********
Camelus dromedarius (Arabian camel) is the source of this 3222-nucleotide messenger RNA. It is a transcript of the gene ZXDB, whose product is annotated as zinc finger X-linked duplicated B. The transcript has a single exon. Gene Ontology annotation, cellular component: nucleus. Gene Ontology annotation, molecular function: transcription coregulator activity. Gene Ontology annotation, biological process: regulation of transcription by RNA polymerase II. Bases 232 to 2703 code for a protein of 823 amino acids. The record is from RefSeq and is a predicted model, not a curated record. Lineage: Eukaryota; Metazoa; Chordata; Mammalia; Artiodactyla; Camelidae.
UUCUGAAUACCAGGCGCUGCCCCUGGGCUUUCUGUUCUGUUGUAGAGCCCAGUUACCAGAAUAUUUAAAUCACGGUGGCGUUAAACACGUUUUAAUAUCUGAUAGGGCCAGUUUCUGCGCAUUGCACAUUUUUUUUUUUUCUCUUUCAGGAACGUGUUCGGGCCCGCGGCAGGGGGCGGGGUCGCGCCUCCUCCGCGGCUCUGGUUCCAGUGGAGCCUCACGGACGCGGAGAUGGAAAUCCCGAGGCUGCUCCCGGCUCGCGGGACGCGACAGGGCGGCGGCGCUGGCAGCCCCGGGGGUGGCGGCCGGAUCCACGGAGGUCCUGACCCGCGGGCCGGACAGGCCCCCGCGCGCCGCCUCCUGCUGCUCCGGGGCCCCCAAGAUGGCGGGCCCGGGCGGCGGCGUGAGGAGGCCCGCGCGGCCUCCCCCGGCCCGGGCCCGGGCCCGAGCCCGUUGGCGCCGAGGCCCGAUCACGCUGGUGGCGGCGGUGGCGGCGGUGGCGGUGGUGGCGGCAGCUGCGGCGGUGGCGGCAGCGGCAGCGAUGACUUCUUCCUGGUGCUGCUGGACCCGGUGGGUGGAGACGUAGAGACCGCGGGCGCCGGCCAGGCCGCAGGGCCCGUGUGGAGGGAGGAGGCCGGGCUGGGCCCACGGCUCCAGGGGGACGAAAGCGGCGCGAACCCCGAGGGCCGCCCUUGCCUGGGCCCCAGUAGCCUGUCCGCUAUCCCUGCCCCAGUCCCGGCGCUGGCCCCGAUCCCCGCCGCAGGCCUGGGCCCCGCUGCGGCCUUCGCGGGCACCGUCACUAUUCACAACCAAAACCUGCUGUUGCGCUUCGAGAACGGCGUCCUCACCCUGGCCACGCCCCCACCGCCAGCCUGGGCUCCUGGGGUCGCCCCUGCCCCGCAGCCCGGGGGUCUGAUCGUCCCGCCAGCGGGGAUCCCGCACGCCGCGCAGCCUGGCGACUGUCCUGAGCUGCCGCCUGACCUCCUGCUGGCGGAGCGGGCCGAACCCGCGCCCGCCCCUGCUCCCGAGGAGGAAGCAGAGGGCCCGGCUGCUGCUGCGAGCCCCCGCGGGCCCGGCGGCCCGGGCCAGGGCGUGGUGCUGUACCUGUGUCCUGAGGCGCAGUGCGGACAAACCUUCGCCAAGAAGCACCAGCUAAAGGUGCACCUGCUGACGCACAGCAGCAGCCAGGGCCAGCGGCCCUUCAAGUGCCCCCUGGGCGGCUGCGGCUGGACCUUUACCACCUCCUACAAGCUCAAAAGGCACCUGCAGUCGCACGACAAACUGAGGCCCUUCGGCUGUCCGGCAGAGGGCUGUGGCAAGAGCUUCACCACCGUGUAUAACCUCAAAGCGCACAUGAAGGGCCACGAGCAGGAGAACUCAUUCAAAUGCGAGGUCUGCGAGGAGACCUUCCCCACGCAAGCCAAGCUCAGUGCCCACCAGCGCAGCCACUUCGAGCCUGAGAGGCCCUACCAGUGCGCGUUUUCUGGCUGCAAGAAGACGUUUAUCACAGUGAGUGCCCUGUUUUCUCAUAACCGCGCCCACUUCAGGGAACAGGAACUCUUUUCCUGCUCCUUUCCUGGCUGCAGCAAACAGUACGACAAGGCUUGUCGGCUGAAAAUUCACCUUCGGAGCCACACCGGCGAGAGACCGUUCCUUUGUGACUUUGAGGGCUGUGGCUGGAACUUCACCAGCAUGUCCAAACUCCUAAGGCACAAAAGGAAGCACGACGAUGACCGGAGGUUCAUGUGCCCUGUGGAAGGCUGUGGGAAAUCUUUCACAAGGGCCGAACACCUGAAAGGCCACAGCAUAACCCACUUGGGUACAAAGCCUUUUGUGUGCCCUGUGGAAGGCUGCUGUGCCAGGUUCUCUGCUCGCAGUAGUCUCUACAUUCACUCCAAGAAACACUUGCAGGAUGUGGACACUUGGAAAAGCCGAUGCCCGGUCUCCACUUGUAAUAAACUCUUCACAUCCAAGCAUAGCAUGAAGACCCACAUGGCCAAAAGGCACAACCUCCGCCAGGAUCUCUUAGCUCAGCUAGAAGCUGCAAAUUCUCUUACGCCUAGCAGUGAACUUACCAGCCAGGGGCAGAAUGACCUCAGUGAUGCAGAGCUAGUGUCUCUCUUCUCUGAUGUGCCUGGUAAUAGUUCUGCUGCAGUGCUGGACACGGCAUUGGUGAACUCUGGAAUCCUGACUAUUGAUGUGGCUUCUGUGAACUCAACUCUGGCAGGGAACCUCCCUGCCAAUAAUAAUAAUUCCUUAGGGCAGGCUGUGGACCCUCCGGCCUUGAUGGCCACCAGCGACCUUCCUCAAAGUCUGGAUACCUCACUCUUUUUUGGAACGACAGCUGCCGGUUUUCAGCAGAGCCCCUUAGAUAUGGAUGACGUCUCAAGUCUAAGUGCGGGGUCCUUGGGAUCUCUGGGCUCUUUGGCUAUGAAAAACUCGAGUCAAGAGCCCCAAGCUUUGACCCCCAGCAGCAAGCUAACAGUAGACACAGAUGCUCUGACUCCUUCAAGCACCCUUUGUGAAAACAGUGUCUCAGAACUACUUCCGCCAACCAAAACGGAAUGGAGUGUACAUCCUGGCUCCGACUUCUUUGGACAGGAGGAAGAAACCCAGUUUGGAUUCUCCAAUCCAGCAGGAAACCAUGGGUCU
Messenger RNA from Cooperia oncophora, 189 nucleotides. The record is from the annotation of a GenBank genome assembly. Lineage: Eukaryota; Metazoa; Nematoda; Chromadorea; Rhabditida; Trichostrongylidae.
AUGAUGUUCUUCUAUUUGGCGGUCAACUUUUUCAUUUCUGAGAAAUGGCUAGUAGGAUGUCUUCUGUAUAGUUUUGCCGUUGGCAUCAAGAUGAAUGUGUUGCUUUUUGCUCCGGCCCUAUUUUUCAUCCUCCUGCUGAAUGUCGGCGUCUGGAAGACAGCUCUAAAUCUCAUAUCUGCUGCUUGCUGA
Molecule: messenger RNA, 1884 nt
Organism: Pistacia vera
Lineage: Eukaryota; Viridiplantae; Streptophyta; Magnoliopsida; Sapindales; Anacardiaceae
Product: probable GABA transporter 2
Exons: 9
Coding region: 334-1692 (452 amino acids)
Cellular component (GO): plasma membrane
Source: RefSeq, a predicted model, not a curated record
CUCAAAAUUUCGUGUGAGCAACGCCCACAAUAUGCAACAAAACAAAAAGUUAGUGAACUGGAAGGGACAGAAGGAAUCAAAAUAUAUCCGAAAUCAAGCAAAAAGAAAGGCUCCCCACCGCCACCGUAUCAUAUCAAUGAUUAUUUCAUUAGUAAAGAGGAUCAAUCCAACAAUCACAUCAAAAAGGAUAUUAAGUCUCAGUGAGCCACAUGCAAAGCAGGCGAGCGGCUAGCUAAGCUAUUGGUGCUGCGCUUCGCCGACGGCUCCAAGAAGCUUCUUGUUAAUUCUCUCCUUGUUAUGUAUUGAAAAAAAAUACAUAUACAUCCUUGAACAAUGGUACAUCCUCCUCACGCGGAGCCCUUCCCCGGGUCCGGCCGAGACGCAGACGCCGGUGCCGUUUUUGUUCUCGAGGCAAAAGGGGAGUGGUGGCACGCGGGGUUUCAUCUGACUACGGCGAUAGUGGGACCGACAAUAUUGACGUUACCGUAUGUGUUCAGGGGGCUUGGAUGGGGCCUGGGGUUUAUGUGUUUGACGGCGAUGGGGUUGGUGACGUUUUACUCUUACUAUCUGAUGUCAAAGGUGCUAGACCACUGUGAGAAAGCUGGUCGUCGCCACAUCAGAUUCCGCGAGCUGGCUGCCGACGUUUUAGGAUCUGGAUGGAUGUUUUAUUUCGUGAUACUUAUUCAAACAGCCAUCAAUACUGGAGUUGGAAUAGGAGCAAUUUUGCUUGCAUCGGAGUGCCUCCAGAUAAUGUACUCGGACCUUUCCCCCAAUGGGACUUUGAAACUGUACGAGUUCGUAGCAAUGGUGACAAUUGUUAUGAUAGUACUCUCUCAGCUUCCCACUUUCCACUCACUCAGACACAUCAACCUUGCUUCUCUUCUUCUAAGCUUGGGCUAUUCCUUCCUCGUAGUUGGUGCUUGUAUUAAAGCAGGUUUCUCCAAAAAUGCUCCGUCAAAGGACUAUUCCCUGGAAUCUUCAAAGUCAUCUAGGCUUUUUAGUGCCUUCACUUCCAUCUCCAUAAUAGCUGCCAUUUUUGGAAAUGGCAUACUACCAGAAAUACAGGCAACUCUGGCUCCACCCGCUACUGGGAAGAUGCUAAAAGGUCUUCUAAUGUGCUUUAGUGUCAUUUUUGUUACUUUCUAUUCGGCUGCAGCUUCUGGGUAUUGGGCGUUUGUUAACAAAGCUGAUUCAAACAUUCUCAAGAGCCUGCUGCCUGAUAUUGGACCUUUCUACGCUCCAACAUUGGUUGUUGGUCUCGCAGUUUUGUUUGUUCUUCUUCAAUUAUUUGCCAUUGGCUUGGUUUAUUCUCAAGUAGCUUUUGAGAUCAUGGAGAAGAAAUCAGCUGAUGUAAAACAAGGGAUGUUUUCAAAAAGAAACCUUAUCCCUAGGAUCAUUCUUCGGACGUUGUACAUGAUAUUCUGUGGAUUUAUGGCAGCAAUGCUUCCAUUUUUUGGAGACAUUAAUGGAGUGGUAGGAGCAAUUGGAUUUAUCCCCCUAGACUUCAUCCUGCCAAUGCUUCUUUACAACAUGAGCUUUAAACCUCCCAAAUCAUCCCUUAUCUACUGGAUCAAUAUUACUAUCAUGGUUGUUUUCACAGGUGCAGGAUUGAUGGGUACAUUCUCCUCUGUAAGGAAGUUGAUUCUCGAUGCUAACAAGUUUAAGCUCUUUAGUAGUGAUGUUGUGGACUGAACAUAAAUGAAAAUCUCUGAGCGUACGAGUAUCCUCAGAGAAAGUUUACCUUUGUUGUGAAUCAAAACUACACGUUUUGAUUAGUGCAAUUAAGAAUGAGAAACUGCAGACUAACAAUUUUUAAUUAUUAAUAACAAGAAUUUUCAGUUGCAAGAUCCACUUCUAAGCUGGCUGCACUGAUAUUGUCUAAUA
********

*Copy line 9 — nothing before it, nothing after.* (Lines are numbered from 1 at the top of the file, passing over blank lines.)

Exons: 9